Cuckoo for cocoa

for The Brooklyn Paper
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Dec. 21 marked the first official day of winter, the season of snowball fights, roaring fires and wooly sweaters. Of course, it’s also time for runny noses, bone-rattling winds and dusk right after lunch. Thankfully, there’s one beverage that both celebrates and soothes the feelings that this time of year provokes: hot chocolate.

The term “hot chocolate” is often used interchangeably with “hot cocoa,” although technically, the two are different. The former is made with actual chocolate, which contains cocoa butter, while the latter is made with cocoa powder and has had all the fats pressed out of it.

The Mayans were the first civilization to mix cocoa into a palatable potion of water, wine and chiles. (Here, we’ll visit Park Slope’s Chiles & Chocolate for an Oaxacan interpretation.) Centuries later, Europeans adapted their own versions using chocolate and cream or milk, and sometimes flavored liqueurs. (We’ll give you the scoop on a blend of cocoa spiked with Grand Marnier that’s served up at Le Gamin in Prospect Heights.) Today, in true, over-the-top, American fashion, we top ours with whipped cream and marshmallows. (See the Chocolate Room in Park Slope for housemade ’mallows.)

We all know about the famously rich versions at shops like Jacques Torres in DUMBO, but the cold weather had me looking for less well-known — but equally decadent — concoctions from Greenpoint to Carroll Gardens.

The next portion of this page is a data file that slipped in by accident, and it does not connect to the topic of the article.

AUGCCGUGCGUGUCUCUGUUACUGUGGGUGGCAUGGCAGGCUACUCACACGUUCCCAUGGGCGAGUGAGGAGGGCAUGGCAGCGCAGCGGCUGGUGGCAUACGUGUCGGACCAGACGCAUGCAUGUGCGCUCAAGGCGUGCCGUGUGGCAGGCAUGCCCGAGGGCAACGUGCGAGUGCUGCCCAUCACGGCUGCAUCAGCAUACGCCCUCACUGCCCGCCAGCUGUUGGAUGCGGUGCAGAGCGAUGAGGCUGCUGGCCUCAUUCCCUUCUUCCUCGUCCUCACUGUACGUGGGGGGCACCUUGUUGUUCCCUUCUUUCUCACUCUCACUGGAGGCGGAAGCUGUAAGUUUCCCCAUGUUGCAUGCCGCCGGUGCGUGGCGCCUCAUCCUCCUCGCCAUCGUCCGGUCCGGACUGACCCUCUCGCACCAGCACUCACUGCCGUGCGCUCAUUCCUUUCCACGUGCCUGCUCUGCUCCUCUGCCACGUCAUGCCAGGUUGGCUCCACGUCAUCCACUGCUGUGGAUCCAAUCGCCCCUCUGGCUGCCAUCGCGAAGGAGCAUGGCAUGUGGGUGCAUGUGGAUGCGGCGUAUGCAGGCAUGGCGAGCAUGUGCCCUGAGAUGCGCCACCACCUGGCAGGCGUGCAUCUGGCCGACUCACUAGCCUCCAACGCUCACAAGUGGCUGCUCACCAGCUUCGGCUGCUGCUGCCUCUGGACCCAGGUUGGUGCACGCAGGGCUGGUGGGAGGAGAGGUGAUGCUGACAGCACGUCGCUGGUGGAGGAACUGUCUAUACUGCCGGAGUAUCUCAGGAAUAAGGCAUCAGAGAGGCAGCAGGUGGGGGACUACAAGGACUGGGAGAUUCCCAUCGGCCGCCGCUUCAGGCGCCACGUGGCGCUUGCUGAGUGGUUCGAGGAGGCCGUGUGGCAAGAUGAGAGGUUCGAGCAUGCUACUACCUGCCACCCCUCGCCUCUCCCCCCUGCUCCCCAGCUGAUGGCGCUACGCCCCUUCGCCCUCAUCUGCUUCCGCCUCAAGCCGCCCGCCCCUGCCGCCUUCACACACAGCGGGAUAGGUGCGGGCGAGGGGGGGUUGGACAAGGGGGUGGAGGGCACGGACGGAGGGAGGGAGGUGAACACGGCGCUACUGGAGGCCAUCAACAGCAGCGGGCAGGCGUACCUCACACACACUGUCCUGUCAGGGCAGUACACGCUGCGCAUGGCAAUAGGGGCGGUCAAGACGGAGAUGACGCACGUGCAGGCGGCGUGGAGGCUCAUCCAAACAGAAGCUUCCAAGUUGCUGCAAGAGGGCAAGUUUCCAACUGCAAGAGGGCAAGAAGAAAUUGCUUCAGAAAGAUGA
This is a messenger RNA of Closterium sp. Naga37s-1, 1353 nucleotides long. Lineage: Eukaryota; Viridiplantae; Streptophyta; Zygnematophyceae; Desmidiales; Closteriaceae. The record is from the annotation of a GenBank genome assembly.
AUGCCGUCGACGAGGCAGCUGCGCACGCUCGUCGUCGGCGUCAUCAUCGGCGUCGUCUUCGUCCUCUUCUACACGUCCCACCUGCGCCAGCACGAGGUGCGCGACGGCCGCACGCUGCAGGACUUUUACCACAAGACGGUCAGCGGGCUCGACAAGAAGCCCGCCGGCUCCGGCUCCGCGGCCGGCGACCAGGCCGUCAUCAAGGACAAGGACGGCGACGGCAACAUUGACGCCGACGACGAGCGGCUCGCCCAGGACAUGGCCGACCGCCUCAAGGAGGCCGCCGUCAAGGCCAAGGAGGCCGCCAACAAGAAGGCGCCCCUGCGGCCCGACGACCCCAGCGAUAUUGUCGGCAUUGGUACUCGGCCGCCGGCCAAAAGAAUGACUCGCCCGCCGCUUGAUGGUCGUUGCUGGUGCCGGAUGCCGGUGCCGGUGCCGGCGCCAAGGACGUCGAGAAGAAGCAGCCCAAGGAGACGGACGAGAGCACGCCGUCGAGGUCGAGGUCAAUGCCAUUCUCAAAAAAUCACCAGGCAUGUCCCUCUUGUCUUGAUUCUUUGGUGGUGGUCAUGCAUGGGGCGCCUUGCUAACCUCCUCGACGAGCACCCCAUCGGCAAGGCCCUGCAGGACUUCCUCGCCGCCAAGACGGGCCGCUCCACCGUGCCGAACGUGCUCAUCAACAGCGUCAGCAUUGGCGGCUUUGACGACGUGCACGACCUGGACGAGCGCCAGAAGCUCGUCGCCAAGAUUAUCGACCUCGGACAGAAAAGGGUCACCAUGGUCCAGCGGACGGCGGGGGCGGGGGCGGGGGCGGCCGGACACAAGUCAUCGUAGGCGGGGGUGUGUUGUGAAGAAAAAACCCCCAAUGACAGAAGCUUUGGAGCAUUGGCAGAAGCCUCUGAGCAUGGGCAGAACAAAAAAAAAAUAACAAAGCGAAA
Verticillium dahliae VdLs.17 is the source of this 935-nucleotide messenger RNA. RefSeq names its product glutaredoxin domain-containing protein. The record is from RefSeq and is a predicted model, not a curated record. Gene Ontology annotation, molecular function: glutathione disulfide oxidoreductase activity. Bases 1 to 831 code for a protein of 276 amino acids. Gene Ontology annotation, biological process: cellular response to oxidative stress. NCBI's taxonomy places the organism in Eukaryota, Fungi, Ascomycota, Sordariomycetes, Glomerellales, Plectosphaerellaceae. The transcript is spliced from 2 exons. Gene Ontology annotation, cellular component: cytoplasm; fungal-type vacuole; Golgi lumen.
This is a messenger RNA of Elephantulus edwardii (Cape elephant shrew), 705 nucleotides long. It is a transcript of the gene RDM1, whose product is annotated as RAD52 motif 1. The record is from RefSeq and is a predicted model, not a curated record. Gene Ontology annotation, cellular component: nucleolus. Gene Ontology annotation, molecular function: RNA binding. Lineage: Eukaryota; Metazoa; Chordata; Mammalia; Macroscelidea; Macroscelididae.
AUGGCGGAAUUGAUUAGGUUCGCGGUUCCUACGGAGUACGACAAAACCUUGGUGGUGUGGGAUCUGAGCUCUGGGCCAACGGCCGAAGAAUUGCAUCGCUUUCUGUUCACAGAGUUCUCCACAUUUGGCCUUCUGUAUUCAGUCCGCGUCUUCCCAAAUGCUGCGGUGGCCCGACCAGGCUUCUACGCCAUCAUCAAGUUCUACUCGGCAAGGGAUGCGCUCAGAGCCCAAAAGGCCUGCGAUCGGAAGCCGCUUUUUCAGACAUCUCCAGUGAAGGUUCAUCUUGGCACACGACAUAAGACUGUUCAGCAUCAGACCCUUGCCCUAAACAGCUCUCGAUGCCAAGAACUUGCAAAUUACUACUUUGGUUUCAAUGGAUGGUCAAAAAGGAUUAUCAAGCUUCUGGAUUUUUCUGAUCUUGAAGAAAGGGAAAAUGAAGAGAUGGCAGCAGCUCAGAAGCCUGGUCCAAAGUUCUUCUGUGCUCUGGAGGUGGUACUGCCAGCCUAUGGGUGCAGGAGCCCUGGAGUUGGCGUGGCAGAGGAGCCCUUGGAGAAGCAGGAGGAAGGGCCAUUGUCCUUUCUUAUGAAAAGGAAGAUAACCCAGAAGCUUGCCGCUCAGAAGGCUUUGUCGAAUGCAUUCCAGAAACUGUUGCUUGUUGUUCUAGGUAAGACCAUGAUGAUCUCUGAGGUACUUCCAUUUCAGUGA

Brooklyn Bean & Tea Company

Recently, this funky, tiny, new coffee shop in Boerum Hill has added drinking chocolates to their extensive menu of coffees and teas. I stopped by early one morning and, on a whim, ordered a “Moroccan Hot Chocolate” ($3.50). While it may have lacked the caffeine kick of my usual cup of joe, I barely noticed. The silky, dark chocolate was expertly blended with the milk. Even though I ordered mine with — gasp! — skim milk, I still felt like I was sipping something sinful. The seasonings — cinnamon, ginger and cardamom — were light yet distinctive, especially on the nose and in the finish. Each sip began with their heady fragrance, gave way to full chocolate flavor, and ended with an extra-warming note of spice. Whipped cream was offered, but I declined; this hot chocolate was absolutely perfect unadorned.